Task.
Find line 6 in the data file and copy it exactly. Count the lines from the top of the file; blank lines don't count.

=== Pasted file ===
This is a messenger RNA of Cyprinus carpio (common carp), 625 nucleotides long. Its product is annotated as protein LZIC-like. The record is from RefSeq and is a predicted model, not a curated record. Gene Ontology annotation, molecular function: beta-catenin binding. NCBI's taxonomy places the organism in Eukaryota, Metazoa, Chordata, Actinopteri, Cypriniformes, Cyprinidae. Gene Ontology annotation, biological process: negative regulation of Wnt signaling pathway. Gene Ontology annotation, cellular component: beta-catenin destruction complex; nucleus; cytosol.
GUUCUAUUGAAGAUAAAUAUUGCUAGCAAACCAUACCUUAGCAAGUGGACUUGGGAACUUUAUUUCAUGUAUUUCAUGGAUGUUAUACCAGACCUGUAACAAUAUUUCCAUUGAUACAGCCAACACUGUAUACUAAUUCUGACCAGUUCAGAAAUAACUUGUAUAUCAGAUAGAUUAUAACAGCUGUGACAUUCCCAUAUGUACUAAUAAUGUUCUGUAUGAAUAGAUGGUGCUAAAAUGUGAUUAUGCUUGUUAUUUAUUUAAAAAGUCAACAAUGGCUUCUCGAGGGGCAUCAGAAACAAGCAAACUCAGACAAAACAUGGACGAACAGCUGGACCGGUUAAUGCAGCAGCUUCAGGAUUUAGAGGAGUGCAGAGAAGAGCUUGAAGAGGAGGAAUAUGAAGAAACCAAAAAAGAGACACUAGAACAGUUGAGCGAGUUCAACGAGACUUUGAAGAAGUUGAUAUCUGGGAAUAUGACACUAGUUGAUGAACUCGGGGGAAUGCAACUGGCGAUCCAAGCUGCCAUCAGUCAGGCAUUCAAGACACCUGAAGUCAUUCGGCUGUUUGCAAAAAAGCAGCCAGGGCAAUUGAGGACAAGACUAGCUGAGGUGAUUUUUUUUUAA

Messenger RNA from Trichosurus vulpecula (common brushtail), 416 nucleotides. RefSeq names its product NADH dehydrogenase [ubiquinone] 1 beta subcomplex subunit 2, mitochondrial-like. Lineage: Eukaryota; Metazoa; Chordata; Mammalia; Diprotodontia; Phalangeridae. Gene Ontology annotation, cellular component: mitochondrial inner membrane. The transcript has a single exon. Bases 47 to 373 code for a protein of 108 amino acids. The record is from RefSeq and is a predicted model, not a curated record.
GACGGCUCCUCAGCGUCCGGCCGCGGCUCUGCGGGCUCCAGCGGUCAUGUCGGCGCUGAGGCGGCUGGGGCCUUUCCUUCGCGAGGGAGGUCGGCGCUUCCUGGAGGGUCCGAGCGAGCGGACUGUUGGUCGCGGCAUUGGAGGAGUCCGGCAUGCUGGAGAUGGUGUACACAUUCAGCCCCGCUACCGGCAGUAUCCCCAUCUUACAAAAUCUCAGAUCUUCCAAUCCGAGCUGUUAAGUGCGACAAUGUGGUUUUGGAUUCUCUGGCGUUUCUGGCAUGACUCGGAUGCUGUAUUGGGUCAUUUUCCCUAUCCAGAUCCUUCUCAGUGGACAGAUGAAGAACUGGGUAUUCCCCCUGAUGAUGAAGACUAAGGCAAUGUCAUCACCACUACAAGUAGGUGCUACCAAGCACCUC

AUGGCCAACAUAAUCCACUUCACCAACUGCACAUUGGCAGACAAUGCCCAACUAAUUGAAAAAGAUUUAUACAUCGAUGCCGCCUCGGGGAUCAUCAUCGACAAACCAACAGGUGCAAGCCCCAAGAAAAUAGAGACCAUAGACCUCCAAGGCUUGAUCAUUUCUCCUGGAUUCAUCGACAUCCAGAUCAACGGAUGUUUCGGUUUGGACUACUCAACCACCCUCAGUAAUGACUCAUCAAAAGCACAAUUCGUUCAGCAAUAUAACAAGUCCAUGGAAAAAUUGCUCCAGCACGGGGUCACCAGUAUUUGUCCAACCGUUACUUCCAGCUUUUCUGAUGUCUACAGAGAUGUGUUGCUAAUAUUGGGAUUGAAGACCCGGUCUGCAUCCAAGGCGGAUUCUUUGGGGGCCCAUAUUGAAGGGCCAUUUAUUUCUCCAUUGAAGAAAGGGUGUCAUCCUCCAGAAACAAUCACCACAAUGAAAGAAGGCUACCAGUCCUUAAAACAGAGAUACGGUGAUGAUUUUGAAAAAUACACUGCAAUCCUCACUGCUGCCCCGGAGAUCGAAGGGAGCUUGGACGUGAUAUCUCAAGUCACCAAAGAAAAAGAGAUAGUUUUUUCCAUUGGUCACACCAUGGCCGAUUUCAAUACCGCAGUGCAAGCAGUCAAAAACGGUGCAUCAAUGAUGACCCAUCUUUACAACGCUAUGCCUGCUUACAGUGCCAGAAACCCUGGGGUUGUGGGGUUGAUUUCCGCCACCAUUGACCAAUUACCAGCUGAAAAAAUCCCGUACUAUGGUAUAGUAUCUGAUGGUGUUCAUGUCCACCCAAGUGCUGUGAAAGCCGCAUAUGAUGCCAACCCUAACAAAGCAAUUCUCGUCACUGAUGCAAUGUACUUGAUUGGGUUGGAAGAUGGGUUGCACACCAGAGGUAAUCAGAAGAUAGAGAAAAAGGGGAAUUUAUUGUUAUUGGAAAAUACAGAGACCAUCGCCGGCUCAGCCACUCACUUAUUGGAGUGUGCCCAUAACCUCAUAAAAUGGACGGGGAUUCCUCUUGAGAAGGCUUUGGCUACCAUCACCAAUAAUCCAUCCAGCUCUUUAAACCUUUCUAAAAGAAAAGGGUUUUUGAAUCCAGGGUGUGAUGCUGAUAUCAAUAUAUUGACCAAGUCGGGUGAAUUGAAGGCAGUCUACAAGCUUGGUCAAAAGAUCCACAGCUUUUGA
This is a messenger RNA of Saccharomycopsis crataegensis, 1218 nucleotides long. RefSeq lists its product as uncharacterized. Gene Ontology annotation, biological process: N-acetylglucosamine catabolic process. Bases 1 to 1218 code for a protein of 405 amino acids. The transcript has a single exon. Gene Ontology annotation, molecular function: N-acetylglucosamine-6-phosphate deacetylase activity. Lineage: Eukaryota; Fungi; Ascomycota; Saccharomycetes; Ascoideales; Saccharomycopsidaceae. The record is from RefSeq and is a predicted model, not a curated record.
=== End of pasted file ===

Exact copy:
This is a messenger RNA of Saccharomycopsis crataegensis, 1218 nucleotides long. RefSeq lists its product as uncharacterized. Gene Ontology annotation, biological process: N-acetylglucosamine catabolic process. Bases 1 to 1218 code for a protein of 405 amino acids. The transcript has a single exon. Gene Ontology annotation, molecular function: N-acetylglucosamine-6-phosphate deacetylase activity. Lineage: Eukaryota; Fungi; Ascomycota; Saccharomycetes; Ascoideales; Saccharomycopsidaceae. The record is from RefSeq and is a predicted model, not a curated record.